She said Catholics "should pay attention to these cases because they serve as important measures of how the highest court in the land is working to defend or disregard human life."

"As believers and as U.S. citizens, we should be prepared for more cases resembling these to go before the court in coming years," she added. "The conundrum of America's aging death rows is not going to go away."

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Follow Zimmermann on Twitter: @carolmaczim

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Copyright © 2018 Catholic News Service/U.S. Conference of Catholic Bishops. www.catholicnews.com. All rights reserved. Republishing or redistributing of CNS content, including by framing or similar means without prior permission, is prohibited. You may link to stories on our public site. This copy is for your personal, non-commercial use only. To request permission for republishing or redistributing of CNS content, please contact permissions at cns@catholicnews.com.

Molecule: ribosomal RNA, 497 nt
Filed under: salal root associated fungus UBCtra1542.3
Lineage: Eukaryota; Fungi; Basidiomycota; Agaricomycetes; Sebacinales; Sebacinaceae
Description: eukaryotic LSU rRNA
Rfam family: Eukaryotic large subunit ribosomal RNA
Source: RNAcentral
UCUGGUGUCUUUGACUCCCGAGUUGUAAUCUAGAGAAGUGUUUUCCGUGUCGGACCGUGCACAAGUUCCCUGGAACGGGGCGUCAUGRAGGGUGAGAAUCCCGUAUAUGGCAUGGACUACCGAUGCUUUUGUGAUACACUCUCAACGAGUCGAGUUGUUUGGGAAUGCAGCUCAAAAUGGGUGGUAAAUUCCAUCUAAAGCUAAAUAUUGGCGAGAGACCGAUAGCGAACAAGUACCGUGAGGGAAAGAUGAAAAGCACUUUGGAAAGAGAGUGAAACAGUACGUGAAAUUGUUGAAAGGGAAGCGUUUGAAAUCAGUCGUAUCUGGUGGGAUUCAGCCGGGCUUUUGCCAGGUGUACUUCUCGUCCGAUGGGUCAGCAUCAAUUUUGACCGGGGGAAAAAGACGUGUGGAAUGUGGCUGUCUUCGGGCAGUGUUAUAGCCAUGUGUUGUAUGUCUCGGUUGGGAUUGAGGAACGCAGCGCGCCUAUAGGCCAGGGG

Some married men would answer a call to priesthood, bishop says

Thu, 10/11/2018 - 10:00am

IMAGE: CNS photo/Paul Haring

By Carol Glatz

VATICAN CITY (CNS) -- Speaking to the Synod of Bishops on behalf of Belgium's bishops' conference, a bishop said he was sure some young married men would become priests if they were asked.

The vocations of Christian marriage and "celibacy for the kingdom" of God "deserve to be equally promoted by the church," Auxiliary Bishop Jean Kockerols of Mechelen-Brussels said in his presentation Oct. 10.

Just as Christians are expected to pursue another vocation out of their baptismal vocation in a way that gives "flesh" or substance to the sacrament of baptism, certain people, whether they are married or not, may hear a call to serve and be ministers of their communities, he said.